Enter Ohio. David said nothing to his mom or family before leaving. He packed his backpack and left. He and his cousin, Abram, initially moved into a house with one of Abram’s friends. The living arrangement “didn’t work out,” as he had trouble getting along with the roommates. So, David took his backpack, stole a paper McDonald’s cup his cousin had filled with quarters from the dining room table, and left. His eyes shift to his lap when he explains this part, as if this minor ethical violation committed nine years ago may still be weighing on him. The quarters lasted him for a couple of days for food, but without a shelter or any understanding of the English language, he was in bad shape. At 16-years-old, David curled up under a bridge, hungry and scared. And he prayed.
“But not like usual,” he explained. “My stomach was in knots. I prayed with my whole body: ‘God, I have no other options. Help me.’”
He fell asleep. When he awoke, a twenty dollar bill was dusting by him like a tumbleweed. David chased his fortune down, and walked over to the nearby shopping mall. Entering the food court, he approached the first restaurant he saw, a Chick-fil-A. This would be his employer for the next three years of his life. It was there he learned English, made friends, found a roommate, gained a mentor, met a girlfriend, “grew up,” “gained a work ethic,” and fell in love with America. Thank you, fried chicken.
“Yeah, I hated being a wetback in the States though. I never had family there and I was often hated because of my skin color. You’re Black or Mexican in the United States. Everyone from anywhere in Central America was ‘Mexican.’ Funny thing is, I couldn’t be more different from the people in Central American countries. The laws are tough and obviously working against us, but I don’t know, maybe some of us deserve it. Not all of us our criminals, but some of us are.”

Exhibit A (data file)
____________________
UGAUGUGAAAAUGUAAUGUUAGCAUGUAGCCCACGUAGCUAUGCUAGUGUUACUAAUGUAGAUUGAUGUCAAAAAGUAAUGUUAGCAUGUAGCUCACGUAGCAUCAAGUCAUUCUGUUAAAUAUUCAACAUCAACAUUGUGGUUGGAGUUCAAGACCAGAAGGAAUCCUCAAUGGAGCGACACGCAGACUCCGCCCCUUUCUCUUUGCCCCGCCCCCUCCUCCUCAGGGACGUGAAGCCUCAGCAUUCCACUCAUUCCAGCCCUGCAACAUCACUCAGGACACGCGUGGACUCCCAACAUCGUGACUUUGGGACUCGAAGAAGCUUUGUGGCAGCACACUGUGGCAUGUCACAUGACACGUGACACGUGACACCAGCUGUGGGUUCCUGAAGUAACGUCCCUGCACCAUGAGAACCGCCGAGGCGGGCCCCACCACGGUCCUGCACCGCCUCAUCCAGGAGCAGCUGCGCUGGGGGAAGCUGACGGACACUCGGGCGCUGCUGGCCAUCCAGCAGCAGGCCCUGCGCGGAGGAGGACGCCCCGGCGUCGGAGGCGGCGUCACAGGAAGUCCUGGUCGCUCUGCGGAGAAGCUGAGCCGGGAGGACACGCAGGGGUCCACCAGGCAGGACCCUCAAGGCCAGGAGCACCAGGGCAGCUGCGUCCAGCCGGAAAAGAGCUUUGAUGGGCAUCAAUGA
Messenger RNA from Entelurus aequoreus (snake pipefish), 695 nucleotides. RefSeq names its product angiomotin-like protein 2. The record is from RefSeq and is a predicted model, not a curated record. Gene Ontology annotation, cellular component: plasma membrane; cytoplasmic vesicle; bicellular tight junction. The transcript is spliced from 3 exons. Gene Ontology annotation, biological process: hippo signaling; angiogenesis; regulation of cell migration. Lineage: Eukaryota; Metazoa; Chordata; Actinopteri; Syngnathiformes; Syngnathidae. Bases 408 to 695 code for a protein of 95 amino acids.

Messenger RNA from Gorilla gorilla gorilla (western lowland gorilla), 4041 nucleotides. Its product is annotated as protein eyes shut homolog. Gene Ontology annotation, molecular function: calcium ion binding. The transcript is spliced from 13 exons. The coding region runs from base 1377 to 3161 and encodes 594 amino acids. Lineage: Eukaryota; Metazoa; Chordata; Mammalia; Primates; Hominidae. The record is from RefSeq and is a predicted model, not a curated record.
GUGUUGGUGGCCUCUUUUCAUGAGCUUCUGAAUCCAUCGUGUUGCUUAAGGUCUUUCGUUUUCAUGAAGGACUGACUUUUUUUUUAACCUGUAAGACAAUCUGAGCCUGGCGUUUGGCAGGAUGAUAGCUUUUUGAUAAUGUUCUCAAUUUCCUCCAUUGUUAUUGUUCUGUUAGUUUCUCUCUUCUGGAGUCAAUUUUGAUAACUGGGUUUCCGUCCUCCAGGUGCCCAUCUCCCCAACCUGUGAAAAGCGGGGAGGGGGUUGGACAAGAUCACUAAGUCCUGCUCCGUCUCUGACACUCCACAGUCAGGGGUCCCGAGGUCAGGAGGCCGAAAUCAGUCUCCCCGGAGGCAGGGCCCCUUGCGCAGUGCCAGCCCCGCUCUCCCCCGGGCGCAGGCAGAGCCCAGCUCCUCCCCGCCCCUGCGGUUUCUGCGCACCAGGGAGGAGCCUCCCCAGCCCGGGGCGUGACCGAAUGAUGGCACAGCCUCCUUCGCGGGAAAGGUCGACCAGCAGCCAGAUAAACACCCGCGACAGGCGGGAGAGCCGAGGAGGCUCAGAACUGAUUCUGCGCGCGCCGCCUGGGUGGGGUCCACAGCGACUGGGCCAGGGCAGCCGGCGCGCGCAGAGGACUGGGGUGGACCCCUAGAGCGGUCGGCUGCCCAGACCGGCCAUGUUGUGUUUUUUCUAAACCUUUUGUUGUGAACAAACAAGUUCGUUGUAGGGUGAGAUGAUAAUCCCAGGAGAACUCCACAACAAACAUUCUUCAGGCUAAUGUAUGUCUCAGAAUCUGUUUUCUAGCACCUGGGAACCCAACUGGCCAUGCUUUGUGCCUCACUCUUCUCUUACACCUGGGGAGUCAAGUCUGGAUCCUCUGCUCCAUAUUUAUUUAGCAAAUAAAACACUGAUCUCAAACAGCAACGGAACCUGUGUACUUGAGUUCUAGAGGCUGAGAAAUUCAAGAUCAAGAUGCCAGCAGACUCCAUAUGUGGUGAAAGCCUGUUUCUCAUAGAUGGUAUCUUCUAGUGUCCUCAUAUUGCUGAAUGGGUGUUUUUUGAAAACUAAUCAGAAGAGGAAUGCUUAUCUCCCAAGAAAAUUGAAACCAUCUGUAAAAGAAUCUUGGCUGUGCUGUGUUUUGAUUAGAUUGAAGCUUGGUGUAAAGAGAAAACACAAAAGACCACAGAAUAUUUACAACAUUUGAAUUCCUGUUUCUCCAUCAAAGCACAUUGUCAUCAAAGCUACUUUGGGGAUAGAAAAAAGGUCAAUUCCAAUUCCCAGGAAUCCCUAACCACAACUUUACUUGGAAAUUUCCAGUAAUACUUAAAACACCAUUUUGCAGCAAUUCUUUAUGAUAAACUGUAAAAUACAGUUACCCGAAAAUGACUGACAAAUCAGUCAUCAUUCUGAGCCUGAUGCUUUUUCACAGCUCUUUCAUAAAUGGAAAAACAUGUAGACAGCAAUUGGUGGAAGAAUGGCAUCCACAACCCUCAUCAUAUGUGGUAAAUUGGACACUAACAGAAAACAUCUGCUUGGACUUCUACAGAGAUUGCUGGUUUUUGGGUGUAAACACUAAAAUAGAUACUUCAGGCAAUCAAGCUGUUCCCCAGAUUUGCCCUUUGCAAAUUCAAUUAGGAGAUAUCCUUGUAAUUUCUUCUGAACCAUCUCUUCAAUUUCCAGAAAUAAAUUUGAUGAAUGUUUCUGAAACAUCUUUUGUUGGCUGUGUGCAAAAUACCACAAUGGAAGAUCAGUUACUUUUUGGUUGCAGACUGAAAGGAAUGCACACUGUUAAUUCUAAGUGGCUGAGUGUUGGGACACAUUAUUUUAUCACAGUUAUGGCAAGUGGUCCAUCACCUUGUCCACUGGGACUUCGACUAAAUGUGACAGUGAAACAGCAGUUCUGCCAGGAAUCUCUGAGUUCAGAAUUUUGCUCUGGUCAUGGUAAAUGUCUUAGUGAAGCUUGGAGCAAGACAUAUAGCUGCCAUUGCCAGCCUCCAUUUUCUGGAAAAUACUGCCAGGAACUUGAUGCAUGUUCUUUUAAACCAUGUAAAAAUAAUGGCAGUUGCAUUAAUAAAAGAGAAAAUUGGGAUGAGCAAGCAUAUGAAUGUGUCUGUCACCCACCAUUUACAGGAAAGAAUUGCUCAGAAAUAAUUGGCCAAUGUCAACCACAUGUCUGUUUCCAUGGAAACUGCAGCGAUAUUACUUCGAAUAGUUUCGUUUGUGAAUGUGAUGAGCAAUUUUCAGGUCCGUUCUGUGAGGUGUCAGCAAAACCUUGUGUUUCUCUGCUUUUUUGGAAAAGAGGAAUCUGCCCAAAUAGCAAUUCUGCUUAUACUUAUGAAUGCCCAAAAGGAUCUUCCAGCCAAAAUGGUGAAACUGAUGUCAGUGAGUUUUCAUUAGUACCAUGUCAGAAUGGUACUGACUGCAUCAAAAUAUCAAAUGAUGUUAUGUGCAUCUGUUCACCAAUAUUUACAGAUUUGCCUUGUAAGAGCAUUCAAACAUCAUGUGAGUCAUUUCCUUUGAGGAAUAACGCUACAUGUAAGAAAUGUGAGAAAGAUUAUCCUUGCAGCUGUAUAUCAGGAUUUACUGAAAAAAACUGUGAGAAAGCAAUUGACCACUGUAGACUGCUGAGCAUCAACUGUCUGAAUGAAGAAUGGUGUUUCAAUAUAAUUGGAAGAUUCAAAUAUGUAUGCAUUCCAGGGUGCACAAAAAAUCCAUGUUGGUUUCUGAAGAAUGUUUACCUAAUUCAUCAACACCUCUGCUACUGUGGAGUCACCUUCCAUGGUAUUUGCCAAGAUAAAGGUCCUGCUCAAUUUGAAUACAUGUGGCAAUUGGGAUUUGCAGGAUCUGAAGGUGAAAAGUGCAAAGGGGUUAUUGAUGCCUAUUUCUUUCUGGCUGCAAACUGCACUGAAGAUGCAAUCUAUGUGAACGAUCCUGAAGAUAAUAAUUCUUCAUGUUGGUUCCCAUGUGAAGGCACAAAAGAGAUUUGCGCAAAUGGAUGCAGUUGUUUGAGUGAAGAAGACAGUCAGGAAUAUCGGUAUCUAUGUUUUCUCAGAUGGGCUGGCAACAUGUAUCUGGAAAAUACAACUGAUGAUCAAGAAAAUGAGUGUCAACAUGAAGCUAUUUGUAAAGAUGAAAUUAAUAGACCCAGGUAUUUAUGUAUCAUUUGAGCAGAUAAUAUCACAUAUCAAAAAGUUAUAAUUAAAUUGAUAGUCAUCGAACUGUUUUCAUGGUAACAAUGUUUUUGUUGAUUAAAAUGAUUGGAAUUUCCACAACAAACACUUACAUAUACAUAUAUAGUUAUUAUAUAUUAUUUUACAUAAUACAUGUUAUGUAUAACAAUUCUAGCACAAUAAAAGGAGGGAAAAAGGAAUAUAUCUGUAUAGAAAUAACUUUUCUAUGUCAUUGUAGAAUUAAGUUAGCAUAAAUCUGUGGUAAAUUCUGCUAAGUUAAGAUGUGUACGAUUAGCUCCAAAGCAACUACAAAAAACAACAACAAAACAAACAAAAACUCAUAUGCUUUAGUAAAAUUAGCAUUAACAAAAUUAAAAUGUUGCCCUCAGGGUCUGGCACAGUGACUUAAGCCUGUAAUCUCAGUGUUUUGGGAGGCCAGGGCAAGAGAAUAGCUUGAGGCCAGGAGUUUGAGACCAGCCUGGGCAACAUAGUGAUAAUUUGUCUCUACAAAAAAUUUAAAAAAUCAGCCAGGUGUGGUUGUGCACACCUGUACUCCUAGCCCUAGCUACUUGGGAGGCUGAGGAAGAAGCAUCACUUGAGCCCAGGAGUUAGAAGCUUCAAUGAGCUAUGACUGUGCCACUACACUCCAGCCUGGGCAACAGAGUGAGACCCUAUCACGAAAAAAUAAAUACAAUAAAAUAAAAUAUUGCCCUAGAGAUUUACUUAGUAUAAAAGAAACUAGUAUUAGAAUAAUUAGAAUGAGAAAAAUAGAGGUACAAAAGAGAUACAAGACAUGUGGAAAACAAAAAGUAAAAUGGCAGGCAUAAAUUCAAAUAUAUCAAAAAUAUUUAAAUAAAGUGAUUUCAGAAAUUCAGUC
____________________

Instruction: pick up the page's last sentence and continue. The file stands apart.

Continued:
I asked him to expand on this thought, but he shook his head, elbows resting on his knees, and stared down at his feet.
After Chick-fil-A, David was employed as a construction worker, a cook at a Sushi Hana, a ranch hand, and finally at Walmart. He was paid well and was able to purchase a truck. He knew that he wanted to return home, but he was unsure of when or how. Those issues were resolved for him earlier this year. Late one night while working the night shift as a janitor at Walmart, the usual buzz of the fluorescent lights was interrupted by screaming bouncing off the endless ceramic floor: La migra! La migra! Officials from Immigration and Customs Enforcement (ICE) had been tipped off. The vast majority of Walmart’s nightly janitorial crew were taken into custody that evening and deported. David spent one month in jail before being dropped off in a Mexican border town. A friend was able to meet him at the border with his truck, so David headed back home along the route he had taken North nine years earlier. This time, he had much more than a backpack.
David is currently unemployed, but he is creative in making money in the informal economy, as many Mexicans have done in adapting to the jobless climate. (More than 50 percent of working Mexicans in Mexico City work in the informal economy). His most recent money-making scheme involved buying flowers in bulk, and selling them out of the back of his truck at the cemetery during Day of the Dead festivities (families traditionally go to the cemetery to lie flowers and gifts on the graves of loved ones). His next ambition is to open a Chinese restaurant in Atlacomulco. He explains his experience as a cook at Sushi Hana would be helpful, although he does not have the money to open a restaurant as of now. He then pauses and laments, ”I wish I could have taken advantage of the opportunity while I was in the States. I want to study. I want to be somebody.”
I suppose opportunity is a relative concept, but the undocumented American Dream David found in Cincinnati, Ohio made him more money than the opportunities available to him here in Mexico.
“I love being with my family, but I know I’ll go back,” he assures me.
Having just returned from the States, he is in a transitional period – missing and resenting the United States, while loving and resenting Mexico. A blurred, bittersweet, bicultural identity. A unique and vulnerable position, yet a position shared by many.